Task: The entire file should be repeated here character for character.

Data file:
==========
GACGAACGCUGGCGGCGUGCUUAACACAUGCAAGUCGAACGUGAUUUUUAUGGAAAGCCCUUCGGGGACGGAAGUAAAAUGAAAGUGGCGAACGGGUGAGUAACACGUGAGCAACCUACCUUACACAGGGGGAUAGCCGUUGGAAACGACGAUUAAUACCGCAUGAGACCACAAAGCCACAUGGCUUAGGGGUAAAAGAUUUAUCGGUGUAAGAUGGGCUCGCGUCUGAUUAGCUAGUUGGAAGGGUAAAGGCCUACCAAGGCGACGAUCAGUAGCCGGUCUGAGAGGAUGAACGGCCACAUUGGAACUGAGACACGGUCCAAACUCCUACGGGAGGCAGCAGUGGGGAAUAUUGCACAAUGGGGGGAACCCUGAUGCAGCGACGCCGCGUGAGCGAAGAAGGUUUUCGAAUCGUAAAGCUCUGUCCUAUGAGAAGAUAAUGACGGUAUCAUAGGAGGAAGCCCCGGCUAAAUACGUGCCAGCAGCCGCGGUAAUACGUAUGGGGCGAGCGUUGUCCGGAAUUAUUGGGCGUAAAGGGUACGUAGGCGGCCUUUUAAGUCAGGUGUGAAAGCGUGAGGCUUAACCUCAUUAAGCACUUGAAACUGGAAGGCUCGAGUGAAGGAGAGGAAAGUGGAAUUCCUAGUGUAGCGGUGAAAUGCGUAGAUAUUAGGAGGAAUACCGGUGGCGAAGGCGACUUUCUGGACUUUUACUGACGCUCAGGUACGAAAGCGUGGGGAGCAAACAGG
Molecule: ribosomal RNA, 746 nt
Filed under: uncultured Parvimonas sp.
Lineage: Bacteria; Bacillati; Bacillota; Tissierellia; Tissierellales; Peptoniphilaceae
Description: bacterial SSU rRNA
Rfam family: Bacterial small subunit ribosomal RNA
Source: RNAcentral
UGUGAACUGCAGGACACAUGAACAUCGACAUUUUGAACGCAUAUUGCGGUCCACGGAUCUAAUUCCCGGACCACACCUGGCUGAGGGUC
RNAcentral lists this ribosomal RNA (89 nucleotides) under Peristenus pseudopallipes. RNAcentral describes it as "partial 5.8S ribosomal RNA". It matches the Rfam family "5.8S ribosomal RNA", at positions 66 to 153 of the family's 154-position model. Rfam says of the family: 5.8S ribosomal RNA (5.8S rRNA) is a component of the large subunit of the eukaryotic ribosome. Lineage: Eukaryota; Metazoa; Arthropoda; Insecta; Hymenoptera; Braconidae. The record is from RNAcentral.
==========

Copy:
GACGAACGCUGGCGGCGUGCUUAACACAUGCAAGUCGAACGUGAUUUUUAUGGAAAGCCCUUCGGGGACGGAAGUAAAAUGAAAGUGGCGAACGGGUGAGUAACACGUGAGCAACCUACCUUACACAGGGGGAUAGCCGUUGGAAACGACGAUUAAUACCGCAUGAGACCACAAAGCCACAUGGCUUAGGGGUAAAAGAUUUAUCGGUGUAAGAUGGGCUCGCGUCUGAUUAGCUAGUUGGAAGGGUAAAGGCCUACCAAGGCGACGAUCAGUAGCCGGUCUGAGAGGAUGAACGGCCACAUUGGAACUGAGACACGGUCCAAACUCCUACGGGAGGCAGCAGUGGGGAAUAUUGCACAAUGGGGGGAACCCUGAUGCAGCGACGCCGCGUGAGCGAAGAAGGUUUUCGAAUCGUAAAGCUCUGUCCUAUGAGAAGAUAAUGACGGUAUCAUAGGAGGAAGCCCCGGCUAAAUACGUGCCAGCAGCCGCGGUAAUACGUAUGGGGCGAGCGUUGUCCGGAAUUAUUGGGCGUAAAGGGUACGUAGGCGGCCUUUUAAGUCAGGUGUGAAAGCGUGAGGCUUAACCUCAUUAAGCACUUGAAACUGGAAGGCUCGAGUGAAGGAGAGGAAAGUGGAAUUCCUAGUGUAGCGGUGAAAUGCGUAGAUAUUAGGAGGAAUACCGGUGGCGAAGGCGACUUUCUGGACUUUUACUGACGCUCAGGUACGAAAGCGUGGGGAGCAAACAGG
Molecule: ribosomal RNA, 746 nt
Filed under: uncultured Parvimonas sp.
Lineage: Bacteria; Bacillati; Bacillota; Tissierellia; Tissierellales; Peptoniphilaceae
Description: bacterial SSU rRNA
Rfam family: Bacterial small subunit ribosomal RNA
Source: RNAcentral
UGUGAACUGCAGGACACAUGAACAUCGACAUUUUGAACGCAUAUUGCGGUCCACGGAUCUAAUUCCCGGACCACACCUGGCUGAGGGUC
RNAcentral lists this ribosomal RNA (89 nucleotides) under Peristenus pseudopallipes. RNAcentral describes it as "partial 5.8S ribosomal RNA". It matches the Rfam family "5.8S ribosomal RNA", at positions 66 to 153 of the family's 154-position model. Rfam says of the family: 5.8S ribosomal RNA (5.8S rRNA) is a component of the large subunit of the eukaryotic ribosome. Lineage: Eukaryota; Metazoa; Arthropoda; Insecta; Hymenoptera; Braconidae. The record is from RNAcentral.